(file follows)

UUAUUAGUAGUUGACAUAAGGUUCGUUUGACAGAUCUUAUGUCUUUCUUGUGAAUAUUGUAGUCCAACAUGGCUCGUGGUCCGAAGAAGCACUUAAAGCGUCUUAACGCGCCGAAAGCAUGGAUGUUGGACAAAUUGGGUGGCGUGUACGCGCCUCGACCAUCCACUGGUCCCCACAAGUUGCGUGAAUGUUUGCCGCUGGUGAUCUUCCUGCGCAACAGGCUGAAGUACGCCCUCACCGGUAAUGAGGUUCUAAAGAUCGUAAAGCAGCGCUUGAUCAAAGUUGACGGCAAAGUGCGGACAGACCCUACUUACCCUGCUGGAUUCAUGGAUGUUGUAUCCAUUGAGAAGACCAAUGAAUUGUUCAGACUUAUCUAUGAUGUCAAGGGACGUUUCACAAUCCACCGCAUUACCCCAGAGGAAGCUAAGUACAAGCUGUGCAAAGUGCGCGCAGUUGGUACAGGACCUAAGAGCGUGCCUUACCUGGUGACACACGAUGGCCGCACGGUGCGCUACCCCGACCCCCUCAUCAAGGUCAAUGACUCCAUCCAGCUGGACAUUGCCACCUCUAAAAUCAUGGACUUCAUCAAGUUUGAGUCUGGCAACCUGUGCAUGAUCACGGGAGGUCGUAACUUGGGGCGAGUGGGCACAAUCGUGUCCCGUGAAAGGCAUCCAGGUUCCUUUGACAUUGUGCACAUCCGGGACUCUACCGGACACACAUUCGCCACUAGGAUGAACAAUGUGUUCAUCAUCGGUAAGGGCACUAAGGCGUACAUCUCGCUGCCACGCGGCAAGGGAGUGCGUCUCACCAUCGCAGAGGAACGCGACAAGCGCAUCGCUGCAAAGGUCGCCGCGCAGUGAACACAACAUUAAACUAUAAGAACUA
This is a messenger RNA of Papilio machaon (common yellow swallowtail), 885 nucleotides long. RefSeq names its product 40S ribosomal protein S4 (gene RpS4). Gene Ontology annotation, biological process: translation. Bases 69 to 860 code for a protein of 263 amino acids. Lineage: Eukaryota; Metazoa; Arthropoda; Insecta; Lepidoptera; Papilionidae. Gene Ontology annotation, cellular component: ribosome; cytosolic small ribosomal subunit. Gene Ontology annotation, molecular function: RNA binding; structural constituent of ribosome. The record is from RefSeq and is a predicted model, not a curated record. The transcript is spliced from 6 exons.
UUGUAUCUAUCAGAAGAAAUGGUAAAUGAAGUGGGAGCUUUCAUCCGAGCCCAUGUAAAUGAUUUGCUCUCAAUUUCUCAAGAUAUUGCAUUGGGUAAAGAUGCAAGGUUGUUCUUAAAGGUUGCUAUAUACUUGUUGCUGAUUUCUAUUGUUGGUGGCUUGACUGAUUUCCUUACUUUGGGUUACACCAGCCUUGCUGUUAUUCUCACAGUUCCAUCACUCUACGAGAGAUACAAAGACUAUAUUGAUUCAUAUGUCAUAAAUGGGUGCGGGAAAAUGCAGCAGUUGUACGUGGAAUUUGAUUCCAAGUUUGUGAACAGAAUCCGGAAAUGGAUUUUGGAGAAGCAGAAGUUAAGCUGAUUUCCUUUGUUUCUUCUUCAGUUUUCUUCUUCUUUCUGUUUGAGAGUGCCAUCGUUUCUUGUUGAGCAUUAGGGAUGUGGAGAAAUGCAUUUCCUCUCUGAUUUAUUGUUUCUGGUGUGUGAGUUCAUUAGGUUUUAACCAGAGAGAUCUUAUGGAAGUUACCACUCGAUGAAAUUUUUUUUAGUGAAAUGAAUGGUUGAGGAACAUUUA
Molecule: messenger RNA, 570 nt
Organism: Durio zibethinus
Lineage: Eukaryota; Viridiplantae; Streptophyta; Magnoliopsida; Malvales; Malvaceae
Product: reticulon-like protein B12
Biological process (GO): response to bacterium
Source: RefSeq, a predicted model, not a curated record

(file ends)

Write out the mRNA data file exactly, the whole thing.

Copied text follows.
UUAUUAGUAGUUGACAUAAGGUUCGUUUGACAGAUCUUAUGUCUUUCUUGUGAAUAUUGUAGUCCAACAUGGCUCGUGGUCCGAAGAAGCACUUAAAGCGUCUUAACGCGCCGAAAGCAUGGAUGUUGGACAAAUUGGGUGGCGUGUACGCGCCUCGACCAUCCACUGGUCCCCACAAGUUGCGUGAAUGUUUGCCGCUGGUGAUCUUCCUGCGCAACAGGCUGAAGUACGCCCUCACCGGUAAUGAGGUUCUAAAGAUCGUAAAGCAGCGCUUGAUCAAAGUUGACGGCAAAGUGCGGACAGACCCUACUUACCCUGCUGGAUUCAUGGAUGUUGUAUCCAUUGAGAAGACCAAUGAAUUGUUCAGACUUAUCUAUGAUGUCAAGGGACGUUUCACAAUCCACCGCAUUACCCCAGAGGAAGCUAAGUACAAGCUGUGCAAAGUGCGCGCAGUUGGUACAGGACCUAAGAGCGUGCCUUACCUGGUGACACACGAUGGCCGCACGGUGCGCUACCCCGACCCCCUCAUCAAGGUCAAUGACUCCAUCCAGCUGGACAUUGCCACCUCUAAAAUCAUGGACUUCAUCAAGUUUGAGUCUGGCAACCUGUGCAUGAUCACGGGAGGUCGUAACUUGGGGCGAGUGGGCACAAUCGUGUCCCGUGAAAGGCAUCCAGGUUCCUUUGACAUUGUGCACAUCCGGGACUCUACCGGACACACAUUCGCCACUAGGAUGAACAAUGUGUUCAUCAUCGGUAAGGGCACUAAGGCGUACAUCUCGCUGCCACGCGGCAAGGGAGUGCGUCUCACCAUCGCAGAGGAACGCGACAAGCGCAUCGCUGCAAAGGUCGCCGCGCAGUGAACACAACAUUAAACUAUAAGAACUA
This is a messenger RNA of Papilio machaon (common yellow swallowtail), 885 nucleotides long. RefSeq names its product 40S ribosomal protein S4 (gene RpS4). Gene Ontology annotation, biological process: translation. Bases 69 to 860 code for a protein of 263 amino acids. Lineage: Eukaryota; Metazoa; Arthropoda; Insecta; Lepidoptera; Papilionidae. Gene Ontology annotation, cellular component: ribosome; cytosolic small ribosomal subunit. Gene Ontology annotation, molecular function: RNA binding; structural constituent of ribosome. The record is from RefSeq and is a predicted model, not a curated record. The transcript is spliced from 6 exons.
UUGUAUCUAUCAGAAGAAAUGGUAAAUGAAGUGGGAGCUUUCAUCCGAGCCCAUGUAAAUGAUUUGCUCUCAAUUUCUCAAGAUAUUGCAUUGGGUAAAGAUGCAAGGUUGUUCUUAAAGGUUGCUAUAUACUUGUUGCUGAUUUCUAUUGUUGGUGGCUUGACUGAUUUCCUUACUUUGGGUUACACCAGCCUUGCUGUUAUUCUCACAGUUCCAUCACUCUACGAGAGAUACAAAGACUAUAUUGAUUCAUAUGUCAUAAAUGGGUGCGGGAAAAUGCAGCAGUUGUACGUGGAAUUUGAUUCCAAGUUUGUGAACAGAAUCCGGAAAUGGAUUUUGGAGAAGCAGAAGUUAAGCUGAUUUCCUUUGUUUCUUCUUCAGUUUUCUUCUUCUUUCUGUUUGAGAGUGCCAUCGUUUCUUGUUGAGCAUUAGGGAUGUGGAGAAAUGCAUUUCCUCUCUGAUUUAUUGUUUCUGGUGUGUGAGUUCAUUAGGUUUUAACCAGAGAGAUCUUAUGGAAGUUACCACUCGAUGAAAUUUUUUUUAGUGAAAUGAAUGGUUGAGGAACAUUUA
Molecule: messenger RNA, 570 nt
Organism: Durio zibethinus
Lineage: Eukaryota; Viridiplantae; Streptophyta; Magnoliopsida; Malvales; Malvaceae
Product: reticulon-like protein B12
Biological process (GO): response to bacterium
Source: RefSeq, a predicted model, not a curated record